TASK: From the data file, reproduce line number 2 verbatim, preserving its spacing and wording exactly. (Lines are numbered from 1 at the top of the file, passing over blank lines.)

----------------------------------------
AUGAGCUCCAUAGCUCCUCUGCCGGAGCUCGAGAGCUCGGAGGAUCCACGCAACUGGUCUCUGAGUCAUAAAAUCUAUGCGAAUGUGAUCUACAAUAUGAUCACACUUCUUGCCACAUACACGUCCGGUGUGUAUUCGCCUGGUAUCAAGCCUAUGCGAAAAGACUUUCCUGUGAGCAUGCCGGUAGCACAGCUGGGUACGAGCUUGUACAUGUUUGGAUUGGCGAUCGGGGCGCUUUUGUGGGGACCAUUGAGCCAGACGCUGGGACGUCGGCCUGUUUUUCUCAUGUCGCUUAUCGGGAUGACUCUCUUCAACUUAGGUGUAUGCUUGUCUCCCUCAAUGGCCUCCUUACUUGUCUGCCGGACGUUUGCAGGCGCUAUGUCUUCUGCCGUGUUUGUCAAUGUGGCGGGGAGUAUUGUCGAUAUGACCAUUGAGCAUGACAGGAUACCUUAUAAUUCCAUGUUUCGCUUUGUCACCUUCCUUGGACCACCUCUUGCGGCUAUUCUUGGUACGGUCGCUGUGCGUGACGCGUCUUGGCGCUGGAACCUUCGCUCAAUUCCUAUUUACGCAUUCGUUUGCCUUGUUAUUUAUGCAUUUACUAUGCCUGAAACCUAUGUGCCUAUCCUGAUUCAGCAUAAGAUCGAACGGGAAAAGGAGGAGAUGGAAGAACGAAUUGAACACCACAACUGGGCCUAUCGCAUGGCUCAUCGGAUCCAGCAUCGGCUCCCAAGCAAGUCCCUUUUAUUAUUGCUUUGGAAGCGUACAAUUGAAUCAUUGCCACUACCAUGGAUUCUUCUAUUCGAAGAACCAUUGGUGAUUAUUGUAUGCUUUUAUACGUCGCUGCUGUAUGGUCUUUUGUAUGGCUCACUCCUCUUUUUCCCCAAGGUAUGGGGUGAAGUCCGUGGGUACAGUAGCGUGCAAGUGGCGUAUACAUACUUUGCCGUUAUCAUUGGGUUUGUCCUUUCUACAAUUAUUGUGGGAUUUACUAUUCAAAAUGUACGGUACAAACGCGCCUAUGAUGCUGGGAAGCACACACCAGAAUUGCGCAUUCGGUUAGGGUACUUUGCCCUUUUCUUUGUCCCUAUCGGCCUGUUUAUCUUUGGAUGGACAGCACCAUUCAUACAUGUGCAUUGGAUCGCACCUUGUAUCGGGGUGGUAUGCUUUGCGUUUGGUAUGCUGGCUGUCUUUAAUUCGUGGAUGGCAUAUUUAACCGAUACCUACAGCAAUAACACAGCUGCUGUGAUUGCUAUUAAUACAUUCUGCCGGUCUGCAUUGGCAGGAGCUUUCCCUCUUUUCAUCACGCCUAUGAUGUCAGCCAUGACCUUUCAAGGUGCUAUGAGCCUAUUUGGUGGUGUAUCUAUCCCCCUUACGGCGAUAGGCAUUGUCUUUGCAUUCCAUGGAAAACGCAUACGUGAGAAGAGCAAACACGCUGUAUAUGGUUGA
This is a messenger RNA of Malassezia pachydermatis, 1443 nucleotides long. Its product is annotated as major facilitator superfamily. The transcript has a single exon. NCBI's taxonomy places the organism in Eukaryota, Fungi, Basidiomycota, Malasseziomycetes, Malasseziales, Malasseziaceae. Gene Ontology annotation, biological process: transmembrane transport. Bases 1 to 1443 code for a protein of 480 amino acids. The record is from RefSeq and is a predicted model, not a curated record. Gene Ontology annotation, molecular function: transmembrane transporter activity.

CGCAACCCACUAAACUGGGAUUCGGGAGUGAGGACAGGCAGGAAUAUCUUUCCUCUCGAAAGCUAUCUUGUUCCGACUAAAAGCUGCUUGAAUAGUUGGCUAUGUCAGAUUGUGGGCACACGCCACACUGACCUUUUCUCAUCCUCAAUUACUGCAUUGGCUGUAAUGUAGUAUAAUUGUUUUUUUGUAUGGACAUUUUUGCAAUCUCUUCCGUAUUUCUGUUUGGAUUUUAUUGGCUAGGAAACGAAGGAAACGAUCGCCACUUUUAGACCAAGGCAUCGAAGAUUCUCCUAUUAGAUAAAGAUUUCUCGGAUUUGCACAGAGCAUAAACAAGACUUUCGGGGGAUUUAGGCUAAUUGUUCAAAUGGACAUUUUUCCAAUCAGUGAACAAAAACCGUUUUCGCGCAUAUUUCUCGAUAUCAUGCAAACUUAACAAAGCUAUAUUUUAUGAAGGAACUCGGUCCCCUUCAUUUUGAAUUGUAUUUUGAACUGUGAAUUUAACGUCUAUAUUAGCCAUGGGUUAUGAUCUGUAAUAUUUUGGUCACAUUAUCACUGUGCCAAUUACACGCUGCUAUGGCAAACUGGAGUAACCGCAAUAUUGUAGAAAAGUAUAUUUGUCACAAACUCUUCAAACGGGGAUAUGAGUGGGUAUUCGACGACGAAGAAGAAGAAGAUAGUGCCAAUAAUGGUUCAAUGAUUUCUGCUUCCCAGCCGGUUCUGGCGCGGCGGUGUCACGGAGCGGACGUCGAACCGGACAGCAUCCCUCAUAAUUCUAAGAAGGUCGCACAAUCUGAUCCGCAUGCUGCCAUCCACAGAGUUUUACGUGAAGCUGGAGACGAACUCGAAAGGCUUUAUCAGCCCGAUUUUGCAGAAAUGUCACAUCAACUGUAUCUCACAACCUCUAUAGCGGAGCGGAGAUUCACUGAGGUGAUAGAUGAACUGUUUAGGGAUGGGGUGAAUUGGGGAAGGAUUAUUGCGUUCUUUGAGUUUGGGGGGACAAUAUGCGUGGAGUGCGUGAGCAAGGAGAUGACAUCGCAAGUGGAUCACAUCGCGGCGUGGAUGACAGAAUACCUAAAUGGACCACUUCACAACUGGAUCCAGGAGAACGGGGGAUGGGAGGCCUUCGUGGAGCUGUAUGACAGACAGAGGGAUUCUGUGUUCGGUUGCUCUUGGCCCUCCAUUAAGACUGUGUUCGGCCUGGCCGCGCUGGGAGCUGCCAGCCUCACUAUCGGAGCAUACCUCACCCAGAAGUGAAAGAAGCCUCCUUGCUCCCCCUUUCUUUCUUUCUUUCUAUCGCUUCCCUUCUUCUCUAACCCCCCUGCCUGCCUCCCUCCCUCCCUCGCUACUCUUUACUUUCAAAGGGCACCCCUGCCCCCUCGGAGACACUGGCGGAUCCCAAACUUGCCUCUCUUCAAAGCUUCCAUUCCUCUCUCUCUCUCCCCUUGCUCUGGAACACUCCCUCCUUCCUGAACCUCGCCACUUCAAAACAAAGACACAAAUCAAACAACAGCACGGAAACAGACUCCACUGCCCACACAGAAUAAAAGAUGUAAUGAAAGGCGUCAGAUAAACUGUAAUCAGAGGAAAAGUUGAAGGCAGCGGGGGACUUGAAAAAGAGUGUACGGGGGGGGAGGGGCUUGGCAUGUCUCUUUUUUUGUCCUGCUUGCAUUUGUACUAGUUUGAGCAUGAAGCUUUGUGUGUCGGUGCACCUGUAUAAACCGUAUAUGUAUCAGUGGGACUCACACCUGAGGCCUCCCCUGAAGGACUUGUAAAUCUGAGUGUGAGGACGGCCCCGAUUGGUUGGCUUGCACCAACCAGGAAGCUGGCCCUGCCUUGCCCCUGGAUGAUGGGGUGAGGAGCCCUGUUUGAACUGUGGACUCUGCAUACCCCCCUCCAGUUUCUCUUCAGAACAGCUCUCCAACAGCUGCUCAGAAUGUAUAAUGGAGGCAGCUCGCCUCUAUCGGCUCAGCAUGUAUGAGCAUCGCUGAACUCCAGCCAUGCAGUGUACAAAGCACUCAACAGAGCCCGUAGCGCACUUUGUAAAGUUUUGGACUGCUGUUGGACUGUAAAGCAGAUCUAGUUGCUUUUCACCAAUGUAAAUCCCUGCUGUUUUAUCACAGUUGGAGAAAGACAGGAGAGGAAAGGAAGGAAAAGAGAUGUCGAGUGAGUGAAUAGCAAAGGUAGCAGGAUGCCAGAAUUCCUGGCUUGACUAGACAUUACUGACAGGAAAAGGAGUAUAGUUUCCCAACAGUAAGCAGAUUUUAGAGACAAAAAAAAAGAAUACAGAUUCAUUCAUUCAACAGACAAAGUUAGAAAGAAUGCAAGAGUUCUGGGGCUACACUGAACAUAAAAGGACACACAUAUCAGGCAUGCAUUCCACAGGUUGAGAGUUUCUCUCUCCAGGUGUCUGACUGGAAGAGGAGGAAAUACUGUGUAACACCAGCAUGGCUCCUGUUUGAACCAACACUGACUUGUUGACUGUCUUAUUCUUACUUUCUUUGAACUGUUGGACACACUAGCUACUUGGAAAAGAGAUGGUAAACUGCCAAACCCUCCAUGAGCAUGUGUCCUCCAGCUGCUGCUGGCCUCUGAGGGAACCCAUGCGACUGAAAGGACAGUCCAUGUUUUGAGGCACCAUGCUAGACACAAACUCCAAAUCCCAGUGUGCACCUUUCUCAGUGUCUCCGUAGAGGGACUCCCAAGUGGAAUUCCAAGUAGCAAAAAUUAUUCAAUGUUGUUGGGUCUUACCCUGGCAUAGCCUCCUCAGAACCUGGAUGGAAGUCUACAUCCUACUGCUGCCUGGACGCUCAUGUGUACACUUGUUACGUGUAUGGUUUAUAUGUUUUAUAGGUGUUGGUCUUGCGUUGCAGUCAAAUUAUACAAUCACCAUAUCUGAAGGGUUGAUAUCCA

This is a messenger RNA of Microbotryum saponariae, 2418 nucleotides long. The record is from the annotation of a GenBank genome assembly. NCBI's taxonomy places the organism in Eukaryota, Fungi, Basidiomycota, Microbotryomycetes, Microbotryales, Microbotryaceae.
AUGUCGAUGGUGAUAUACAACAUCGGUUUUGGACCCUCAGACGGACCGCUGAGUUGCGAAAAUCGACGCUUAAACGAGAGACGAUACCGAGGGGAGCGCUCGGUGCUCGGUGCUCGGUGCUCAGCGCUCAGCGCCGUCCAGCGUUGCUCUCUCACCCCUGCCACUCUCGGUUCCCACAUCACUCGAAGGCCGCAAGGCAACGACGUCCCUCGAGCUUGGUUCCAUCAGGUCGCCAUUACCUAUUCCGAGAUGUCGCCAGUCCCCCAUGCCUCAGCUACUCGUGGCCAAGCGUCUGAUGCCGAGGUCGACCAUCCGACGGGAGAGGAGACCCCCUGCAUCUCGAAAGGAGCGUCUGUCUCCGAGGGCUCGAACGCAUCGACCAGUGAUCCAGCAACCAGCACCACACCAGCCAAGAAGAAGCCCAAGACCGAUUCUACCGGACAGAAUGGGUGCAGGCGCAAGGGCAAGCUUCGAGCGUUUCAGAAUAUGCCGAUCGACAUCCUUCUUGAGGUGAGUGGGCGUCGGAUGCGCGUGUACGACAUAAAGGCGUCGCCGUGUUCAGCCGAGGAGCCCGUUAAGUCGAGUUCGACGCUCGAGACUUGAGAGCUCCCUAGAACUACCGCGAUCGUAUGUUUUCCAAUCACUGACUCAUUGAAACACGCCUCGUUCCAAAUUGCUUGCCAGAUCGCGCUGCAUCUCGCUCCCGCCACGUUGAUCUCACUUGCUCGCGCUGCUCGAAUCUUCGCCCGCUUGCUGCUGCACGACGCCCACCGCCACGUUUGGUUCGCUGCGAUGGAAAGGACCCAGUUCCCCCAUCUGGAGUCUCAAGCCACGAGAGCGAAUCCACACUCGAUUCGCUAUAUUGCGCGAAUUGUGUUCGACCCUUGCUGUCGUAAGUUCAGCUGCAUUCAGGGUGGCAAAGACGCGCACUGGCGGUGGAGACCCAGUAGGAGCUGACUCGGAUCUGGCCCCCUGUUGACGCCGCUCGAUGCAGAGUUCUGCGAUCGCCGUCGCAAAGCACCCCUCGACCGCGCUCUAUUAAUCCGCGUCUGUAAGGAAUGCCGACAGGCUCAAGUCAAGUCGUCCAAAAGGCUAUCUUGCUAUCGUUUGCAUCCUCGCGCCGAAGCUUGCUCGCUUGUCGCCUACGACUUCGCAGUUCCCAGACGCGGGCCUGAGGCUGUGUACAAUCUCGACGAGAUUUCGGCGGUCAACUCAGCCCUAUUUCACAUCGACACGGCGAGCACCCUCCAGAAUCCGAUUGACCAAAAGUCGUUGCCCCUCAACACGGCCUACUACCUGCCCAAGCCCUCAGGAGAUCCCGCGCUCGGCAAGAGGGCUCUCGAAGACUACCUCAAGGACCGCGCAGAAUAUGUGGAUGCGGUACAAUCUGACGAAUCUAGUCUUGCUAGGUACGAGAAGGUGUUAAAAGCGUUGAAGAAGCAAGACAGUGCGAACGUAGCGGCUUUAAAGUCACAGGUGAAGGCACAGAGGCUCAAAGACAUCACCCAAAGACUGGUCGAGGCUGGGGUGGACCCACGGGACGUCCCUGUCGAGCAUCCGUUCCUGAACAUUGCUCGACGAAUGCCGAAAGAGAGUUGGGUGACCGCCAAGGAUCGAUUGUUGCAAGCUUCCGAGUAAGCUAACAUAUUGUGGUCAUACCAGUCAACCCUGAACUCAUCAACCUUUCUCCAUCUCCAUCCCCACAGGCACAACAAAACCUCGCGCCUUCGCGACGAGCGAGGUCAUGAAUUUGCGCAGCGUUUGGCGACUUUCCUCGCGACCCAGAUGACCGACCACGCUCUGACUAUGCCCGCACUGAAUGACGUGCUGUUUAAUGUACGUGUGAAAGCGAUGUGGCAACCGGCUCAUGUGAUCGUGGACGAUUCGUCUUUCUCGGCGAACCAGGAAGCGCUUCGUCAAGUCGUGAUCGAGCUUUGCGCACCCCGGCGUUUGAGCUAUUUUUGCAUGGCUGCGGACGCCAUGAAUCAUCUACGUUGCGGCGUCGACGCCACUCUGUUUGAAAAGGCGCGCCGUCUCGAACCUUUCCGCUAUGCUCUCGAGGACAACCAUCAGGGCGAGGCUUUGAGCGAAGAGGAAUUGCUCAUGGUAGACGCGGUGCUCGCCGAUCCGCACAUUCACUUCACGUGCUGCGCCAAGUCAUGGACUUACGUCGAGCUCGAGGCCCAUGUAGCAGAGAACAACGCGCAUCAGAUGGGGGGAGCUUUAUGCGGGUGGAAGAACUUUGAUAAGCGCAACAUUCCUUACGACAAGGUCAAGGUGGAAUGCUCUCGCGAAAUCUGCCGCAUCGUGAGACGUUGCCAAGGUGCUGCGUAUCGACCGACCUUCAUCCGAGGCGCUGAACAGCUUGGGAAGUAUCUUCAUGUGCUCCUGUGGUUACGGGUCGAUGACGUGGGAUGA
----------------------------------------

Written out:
This is a messenger RNA of Malassezia pachydermatis, 1443 nucleotides long. Its product is annotated as major facilitator superfamily. The transcript has a single exon. NCBI's taxonomy places the organism in Eukaryota, Fungi, Basidiomycota, Malasseziomycetes, Malasseziales, Malasseziaceae. Gene Ontology annotation, biological process: transmembrane transport. Bases 1 to 1443 code for a protein of 480 amino acids. The record is from RefSeq and is a predicted model, not a curated record. Gene Ontology annotation, molecular function: transmembrane transporter activity.